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   Chapter 5 SPINNEY LAWN.

Lady Hester; Or, Ursula's Narrative By Charlotte M. Yonge Characters: 15951

Updated: 2017-12-01 00:02


A change or two began to creep into our life. One afternoon, as Jaquetta, in her pretty pink gingham and white apron, with her black hair in the Grecian coil we used to wear when our heads were allowed to be of their own proper size, was gathering crimson apples from the quarrendon tree close to the river, a voice came over the water-

"Oh, my good girl, if you would but stand so a minute, and allow me to sketch you!"

Jaquetta started round and laughed. No doubt she was looking like an Arcadian; but I-as from under the trees I saw two gentlemen on the other side of the little stream, and jumped up to come to her defence-I must have looked more like a displeased if not draggle-tailed duchess, for there was an immediate disconcerted begging of our pardons, and a hasty departure.

Jaquetta made a very funny account of my spring forward in awful dignity, so horribly affronted at her being called a good girl! and she made Fulk laugh heartily. The gloom did seem to be lightening on him now.

Walking tourists, we supposed, though one we thought was a clergyman; and on Sunday we saw him in the desk and the draughtsman in the parsonage pew; and we discovered that these were the proposed new curate, Mr. Cradock, and his younger brother. Our rector was a canon who had bad health and never came near us, and the poor old curate was past work, and, indeed, died a week or two after he had given up.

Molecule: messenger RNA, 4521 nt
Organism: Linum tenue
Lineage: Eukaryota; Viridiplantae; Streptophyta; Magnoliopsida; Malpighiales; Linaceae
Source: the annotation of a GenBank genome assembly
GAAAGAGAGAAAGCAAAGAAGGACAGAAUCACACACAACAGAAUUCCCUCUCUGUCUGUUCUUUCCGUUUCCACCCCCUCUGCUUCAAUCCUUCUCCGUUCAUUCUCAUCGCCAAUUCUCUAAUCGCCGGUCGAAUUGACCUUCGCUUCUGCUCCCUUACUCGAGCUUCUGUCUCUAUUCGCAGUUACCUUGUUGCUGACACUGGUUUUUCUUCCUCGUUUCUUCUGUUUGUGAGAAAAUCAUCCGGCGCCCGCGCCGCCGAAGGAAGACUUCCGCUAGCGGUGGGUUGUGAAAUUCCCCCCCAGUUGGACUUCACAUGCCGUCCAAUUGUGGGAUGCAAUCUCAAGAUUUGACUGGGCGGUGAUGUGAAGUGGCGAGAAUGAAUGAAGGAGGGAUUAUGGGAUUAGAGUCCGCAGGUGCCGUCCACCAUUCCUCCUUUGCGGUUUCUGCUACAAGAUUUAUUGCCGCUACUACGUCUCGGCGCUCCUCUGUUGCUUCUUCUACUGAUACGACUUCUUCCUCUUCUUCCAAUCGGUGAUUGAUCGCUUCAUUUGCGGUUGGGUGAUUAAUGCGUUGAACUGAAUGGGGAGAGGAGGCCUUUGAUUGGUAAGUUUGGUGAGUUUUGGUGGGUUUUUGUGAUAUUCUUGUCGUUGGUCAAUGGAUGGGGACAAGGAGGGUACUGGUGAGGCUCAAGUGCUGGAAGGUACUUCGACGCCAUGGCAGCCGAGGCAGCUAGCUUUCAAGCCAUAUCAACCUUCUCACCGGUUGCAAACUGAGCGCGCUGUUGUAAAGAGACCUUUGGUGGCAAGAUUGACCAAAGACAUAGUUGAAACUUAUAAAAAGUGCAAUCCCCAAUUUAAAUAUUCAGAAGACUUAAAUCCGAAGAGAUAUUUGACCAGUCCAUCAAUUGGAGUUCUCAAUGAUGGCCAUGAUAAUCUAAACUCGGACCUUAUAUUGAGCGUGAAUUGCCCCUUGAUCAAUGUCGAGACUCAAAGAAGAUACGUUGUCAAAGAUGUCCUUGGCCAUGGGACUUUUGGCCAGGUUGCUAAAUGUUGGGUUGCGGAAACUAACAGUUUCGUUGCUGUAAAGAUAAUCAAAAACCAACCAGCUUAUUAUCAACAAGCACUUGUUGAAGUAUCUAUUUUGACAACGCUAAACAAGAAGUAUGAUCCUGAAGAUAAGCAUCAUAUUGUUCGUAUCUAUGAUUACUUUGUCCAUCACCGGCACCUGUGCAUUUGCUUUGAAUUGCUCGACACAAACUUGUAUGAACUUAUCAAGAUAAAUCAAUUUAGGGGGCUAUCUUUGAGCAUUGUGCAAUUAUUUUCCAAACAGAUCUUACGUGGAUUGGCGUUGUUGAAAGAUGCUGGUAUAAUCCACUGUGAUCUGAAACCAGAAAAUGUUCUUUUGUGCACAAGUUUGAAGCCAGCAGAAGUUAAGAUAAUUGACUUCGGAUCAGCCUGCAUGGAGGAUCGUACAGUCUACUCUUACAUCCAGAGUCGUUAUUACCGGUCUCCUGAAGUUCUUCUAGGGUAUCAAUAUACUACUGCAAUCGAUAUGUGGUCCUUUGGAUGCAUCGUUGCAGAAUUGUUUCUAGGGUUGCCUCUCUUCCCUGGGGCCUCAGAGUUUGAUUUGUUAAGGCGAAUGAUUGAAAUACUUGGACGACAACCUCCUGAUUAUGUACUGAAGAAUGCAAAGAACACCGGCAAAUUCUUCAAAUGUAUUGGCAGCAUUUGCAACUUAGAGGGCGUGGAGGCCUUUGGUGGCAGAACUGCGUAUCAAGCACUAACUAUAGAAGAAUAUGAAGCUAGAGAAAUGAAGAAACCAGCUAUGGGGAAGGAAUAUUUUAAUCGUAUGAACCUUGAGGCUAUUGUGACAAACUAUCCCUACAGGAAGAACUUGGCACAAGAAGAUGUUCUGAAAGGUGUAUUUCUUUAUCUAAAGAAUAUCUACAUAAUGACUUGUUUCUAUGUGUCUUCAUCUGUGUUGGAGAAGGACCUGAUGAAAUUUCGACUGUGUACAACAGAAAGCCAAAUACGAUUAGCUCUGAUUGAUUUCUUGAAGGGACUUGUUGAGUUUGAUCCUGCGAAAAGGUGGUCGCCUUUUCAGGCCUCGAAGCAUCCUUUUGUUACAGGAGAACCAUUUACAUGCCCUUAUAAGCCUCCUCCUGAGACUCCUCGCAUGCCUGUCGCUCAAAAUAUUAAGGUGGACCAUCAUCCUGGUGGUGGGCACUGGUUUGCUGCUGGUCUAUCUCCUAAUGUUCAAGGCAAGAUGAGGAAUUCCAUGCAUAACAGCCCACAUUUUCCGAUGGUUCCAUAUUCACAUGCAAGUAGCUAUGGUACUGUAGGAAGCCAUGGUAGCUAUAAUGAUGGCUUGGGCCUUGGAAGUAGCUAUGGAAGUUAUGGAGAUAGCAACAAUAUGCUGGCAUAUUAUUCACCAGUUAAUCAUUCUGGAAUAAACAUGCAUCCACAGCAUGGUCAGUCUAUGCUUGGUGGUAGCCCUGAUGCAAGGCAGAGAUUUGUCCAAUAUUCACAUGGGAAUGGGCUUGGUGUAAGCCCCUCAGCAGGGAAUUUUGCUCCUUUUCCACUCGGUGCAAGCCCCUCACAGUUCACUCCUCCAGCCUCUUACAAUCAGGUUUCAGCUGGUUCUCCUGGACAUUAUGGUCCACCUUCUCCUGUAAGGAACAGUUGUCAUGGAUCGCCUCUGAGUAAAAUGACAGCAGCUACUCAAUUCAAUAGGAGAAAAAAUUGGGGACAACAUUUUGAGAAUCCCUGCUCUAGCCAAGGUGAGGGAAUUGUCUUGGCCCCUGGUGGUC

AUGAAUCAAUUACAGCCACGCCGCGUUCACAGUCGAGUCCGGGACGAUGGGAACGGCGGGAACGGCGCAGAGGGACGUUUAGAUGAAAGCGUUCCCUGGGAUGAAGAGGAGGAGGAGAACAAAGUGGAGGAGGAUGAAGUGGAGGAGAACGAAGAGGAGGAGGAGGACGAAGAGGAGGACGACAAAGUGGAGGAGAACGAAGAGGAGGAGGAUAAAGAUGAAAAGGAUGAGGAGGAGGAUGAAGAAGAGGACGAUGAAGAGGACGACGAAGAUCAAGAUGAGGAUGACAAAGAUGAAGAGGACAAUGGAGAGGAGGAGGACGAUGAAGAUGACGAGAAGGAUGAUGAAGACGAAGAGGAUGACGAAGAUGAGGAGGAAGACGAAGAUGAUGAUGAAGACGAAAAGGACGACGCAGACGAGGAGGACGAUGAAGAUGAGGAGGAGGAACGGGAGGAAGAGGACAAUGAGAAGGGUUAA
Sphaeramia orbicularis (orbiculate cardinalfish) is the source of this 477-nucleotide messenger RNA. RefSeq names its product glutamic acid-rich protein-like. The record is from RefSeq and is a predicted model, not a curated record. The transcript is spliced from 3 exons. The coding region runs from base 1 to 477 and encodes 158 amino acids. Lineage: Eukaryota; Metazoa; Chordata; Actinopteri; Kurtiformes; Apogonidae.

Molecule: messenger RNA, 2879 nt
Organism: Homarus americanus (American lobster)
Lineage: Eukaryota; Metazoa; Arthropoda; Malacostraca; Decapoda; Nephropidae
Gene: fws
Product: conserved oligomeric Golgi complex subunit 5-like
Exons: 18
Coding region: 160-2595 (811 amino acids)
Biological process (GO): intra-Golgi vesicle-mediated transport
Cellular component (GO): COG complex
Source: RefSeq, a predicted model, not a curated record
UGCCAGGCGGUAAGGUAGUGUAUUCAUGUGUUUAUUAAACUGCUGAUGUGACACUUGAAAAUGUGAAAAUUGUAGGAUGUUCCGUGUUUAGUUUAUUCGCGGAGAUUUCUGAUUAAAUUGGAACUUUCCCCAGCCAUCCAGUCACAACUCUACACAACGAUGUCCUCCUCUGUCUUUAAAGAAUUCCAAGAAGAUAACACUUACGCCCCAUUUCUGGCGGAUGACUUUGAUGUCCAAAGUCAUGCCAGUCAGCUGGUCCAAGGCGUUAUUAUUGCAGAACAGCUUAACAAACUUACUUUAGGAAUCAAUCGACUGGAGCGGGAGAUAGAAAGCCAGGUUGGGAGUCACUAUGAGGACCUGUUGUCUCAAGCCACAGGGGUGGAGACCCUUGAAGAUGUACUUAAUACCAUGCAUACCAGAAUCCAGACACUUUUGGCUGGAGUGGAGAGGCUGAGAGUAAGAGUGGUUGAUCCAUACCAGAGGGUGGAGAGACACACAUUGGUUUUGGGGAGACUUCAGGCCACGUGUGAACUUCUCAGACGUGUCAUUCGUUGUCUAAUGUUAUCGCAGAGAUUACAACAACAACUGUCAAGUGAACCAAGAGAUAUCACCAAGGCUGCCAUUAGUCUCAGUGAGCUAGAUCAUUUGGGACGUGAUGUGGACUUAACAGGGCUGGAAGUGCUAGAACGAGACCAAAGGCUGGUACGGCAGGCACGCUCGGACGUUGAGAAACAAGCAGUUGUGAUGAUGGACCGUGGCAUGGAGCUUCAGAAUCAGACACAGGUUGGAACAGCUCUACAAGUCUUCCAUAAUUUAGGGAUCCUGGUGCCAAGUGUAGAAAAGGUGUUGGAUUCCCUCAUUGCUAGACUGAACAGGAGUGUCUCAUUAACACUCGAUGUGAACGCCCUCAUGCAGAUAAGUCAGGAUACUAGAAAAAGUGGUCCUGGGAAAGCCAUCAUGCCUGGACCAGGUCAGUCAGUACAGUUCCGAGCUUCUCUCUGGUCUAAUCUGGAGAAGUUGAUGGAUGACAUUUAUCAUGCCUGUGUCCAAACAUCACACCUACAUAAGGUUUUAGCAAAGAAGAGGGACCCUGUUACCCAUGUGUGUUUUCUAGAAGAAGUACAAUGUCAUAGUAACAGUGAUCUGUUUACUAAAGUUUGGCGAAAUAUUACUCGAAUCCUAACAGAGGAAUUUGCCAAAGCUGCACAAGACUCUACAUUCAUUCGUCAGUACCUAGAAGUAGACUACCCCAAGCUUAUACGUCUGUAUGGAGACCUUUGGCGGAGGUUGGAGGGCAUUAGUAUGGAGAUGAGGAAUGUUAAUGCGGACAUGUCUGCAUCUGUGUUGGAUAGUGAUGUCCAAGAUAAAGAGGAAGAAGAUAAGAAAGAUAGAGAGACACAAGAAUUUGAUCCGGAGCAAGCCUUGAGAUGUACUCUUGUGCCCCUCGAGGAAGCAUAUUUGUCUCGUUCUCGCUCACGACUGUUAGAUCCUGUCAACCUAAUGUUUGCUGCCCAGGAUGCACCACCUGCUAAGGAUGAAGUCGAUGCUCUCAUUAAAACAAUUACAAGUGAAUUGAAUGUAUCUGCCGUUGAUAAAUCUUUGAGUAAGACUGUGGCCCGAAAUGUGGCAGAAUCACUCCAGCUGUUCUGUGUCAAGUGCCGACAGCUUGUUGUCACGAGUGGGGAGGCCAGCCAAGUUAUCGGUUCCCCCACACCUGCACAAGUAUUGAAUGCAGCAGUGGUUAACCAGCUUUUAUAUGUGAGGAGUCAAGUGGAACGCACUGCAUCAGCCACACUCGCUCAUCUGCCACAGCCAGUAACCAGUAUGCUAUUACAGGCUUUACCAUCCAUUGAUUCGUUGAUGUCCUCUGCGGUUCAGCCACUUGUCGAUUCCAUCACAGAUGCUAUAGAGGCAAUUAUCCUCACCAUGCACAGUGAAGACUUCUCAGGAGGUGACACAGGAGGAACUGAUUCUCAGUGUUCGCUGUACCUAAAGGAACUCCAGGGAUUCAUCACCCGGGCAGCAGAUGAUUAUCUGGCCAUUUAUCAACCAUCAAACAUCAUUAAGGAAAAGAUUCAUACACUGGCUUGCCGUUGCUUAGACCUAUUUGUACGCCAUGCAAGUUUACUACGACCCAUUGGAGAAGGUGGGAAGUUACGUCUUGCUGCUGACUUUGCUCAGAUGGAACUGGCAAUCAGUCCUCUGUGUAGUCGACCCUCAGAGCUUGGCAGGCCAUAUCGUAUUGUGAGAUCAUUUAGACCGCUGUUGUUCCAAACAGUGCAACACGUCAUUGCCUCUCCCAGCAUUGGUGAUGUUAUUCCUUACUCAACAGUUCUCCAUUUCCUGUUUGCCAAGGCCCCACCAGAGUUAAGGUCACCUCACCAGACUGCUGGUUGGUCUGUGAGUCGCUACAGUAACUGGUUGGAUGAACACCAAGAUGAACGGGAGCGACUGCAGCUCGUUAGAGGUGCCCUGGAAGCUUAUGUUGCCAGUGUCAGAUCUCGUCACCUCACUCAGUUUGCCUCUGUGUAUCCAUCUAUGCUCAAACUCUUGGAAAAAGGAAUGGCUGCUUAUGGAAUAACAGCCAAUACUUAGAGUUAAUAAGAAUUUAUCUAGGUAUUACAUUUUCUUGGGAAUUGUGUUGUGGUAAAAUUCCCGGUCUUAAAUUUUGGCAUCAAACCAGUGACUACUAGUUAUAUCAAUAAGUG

I saw that younger brother colour up to the roots of his bright hair as Jaquetta walked up the aisle, in her drawn black silk bonnet with the pink lining (made by herself); and I think she coloured too, for she was rosier than usual when we faced round in the corners of our pew.

We saw no more of them for a month, and a dainty, bridal-looking little lady appeared in the parsonage seat, with white ribbons in her straw bonnet, and modest little orange flowers in the frill round her pleasant face.

Mrs. Cradock she was, we heard; and not only Miss Prior, but Fulk, wanted us to call on her.

"What's the use?" said I. "Farmers' families are not on visiting terms with the ladies of the parsonage."

Poor Jaquey uttered an "Oh dear!" but she and Fulk knew I was past moving in that mood.

However, one morning in the next week, in walked Fulk into the keeping-room, and the clergyman with him, and found Jaquey and me standing at the long table under the window, peeling and cutting up apples for apple-cheese.

"Mr. Cradock, my sister," he said, just in the old tone when he brought a friend into our St. James's-street drawing-room; and he hardly gave time for the shaking of hands before he had returned to the discussion about the change of ministry, just with the voice and animation I had not seen for two whole years.

We went on with our apples. For one thing, we were not wanted; for another, there was no fire in the little parlour, and the gentlemen both seemed to be enjoying the bright one that was burning on the hearth.